Sometimes, you get exactly what you hoped you were paying for. The ol' blockbuster can be kind of a mixed bag. Usually, critical consensus will tell you what you're going to get, but sometimes an embargo denies you the advantage of knowing very far in advance whether you're heading into Captain America: Civil War or Independence Day: Resurgence. Heading out to see the latest colon-supported summer tentpole flick can be something of a coin toss, but when these movies hit their marks, the results can be as joyful and fun as it gets (and sometimes even best picture material, if you're George Miller).

And here it is, not even summer yet, and we've already got our contender for Best Summer Movie of 2017 in Kong: Skull Island. Jonathan Vogt-Roberts first entry in — and second entry in total — the Legendary Pictures MonsterVerse (seriously) is one of those rare flicks that is exactly as good and exactly as bad as it sets out to be. I have to say, I laughed as many times during this film at things I was supposed to as I did at things I was not supposed to...and I kinda got the feeling that those latter moments were intentionally-constructed, as well. There is just no shortage of scenery-chewing, line-shouting, or thing-throwing for almost the entirety of the movie's runtime, and the viewing experience is all the better for it.

Set in the days just following the Vietnam War's wrap-up, Kong mines its temporal setting for some awesome visual cues and a few needle drops (ok, so many needle drops) and little else. But that's fine! I'm not cruising to the theater and knowingly buying a ticket to a movie called Kong: Skull Island because I want to be bathed in subtext or made to think long and hard about the human condition. While we get a bit of thematic lip service about how sometimes enemies don't exist until we create them (cough, cough, political undertones, cough), but just enough to let this movie be "about" something other than a giant monkey smashing the shit out of stuff. For the most part, though, Kong understands that it needs to be a movie about a giant monkey smashing the shit out of stuff, and it consciously makes the choice to be the best movie about a giant monkey smashing the shit out of stuff that it can possibly be. Its this clearly-made decision to simply embrace its genre and give us the most stylish and engaging version of what it is that ends up elevating the movie above its expected level of B-movie schlock. Sure, plenty of things made me laugh out loud when I don't think they were supposed to...but even more importantly, nothing made me groan, and I was absolutely never bored.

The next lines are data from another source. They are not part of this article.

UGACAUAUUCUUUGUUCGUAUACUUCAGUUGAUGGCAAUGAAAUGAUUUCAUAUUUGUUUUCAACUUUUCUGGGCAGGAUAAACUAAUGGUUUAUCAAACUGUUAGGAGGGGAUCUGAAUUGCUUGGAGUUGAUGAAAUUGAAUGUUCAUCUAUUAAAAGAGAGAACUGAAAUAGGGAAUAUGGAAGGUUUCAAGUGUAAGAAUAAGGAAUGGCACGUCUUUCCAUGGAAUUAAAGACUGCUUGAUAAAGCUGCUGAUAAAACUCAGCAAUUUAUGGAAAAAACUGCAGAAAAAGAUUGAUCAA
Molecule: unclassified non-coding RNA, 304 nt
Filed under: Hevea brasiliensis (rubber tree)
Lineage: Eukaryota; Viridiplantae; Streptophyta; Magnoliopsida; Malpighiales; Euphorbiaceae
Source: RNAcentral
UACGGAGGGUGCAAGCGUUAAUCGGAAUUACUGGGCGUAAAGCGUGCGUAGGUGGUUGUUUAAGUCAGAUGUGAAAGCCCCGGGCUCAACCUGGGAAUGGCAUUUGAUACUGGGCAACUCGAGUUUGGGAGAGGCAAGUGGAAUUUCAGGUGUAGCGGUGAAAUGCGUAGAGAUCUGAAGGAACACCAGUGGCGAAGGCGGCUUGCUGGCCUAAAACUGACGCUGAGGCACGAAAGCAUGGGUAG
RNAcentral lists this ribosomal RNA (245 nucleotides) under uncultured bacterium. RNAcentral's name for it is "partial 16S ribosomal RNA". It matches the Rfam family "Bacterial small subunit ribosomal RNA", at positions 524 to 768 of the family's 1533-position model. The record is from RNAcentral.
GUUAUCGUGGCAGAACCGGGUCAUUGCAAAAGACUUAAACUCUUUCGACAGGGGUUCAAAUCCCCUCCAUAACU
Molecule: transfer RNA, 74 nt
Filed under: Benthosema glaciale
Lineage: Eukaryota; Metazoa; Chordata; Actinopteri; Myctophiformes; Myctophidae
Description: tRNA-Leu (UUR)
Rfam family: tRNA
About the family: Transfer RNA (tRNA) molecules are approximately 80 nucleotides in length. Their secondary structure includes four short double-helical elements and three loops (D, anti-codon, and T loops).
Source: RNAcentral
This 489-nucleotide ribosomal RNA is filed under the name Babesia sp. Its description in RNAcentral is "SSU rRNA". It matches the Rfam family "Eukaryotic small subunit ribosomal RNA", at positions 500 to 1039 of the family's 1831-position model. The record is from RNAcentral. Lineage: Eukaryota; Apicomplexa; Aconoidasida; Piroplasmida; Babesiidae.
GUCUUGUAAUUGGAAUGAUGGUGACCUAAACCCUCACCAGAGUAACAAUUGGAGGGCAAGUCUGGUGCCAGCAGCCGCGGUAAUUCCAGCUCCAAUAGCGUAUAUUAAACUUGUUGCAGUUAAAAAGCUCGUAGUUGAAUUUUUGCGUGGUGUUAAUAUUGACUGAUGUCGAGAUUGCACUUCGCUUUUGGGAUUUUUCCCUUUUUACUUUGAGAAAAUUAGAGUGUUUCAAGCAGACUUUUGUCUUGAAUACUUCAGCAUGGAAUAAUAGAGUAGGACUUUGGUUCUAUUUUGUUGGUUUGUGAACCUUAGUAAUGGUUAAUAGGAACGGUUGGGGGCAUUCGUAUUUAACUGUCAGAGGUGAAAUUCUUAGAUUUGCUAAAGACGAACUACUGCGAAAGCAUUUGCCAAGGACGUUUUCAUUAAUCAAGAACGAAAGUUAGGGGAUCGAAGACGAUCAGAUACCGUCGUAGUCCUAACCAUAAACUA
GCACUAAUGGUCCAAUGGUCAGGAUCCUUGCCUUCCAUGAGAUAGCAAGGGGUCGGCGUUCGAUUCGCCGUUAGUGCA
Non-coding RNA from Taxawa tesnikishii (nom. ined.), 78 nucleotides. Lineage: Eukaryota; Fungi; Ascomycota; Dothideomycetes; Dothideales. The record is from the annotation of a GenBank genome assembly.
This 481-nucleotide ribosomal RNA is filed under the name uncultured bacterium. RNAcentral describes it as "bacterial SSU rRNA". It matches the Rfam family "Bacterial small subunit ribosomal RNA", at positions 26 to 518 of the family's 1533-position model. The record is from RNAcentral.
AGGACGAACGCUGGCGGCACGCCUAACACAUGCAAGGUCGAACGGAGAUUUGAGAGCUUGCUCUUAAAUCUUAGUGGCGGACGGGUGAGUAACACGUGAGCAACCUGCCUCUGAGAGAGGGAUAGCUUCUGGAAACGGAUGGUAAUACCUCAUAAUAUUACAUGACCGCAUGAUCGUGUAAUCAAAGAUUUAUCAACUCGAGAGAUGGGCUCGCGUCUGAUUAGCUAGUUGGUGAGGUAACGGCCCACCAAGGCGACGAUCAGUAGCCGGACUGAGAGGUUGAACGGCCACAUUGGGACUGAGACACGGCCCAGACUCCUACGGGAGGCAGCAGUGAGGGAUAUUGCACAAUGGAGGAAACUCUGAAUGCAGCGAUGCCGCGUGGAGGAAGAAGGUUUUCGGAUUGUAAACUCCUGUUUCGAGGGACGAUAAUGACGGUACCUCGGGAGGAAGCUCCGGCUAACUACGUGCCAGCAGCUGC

Plenty of this has to do with the cast, which is 90% fantastic. Corey Hawkins is neither convincing nor engaging as an improbably-young scientist, and his Chinese counterpart has all of five lines in the entire movie. John Goodman, Sam Jackson, Brie Larson, The Hids, and John C. Riley all acquit themselves nicely, with Shea Wigham (as usual) being the background player that I legit wished could have been the star of this movie. There's a moment after the film's "Kong vs. helicopters" setpiece wherein it's nearly demanded that Wigham's character offer some sort of comment on the "what the fuck just happened" nature of their day. In the middle of eating, Wigham just shrugs and goes, "There was no tactical precedent." The line is a great one, and Wigham's delivery makes it easy to understand why he's far and away one of the best character actors working today. Of course, so is John C. Reilly, whose presence only enlivens the movie as soon as it's introduced.

The only real complaint worth leveling at this movie is that it understands too well what it's doing right. Jonathan Vogt-Roberts is a stylish as fuck director, and he shoots Kong's action sequences with a verve and pizzaz that it's impossible not to get excited over...until you realize that too much stylization is definitely a thing. Same go for the film's love-letter needle drops: when the trick is repeated a fourth or fifth time, you start to notice it in a way that doesn't really help the experience. But these are minor complaints, and were far from my mind when I walked out of the movie theater.

Kong: Skull Island is just a fucking blast. It's loaded with references to 1970s war cinema, filled to the brim with toe-tapping needle drops, and at time overstuffed with stylistic direction and chewed scenery...but holy hot goddamn if the result isn't one of the most fun times I've had at the movies in a good long while.

Comment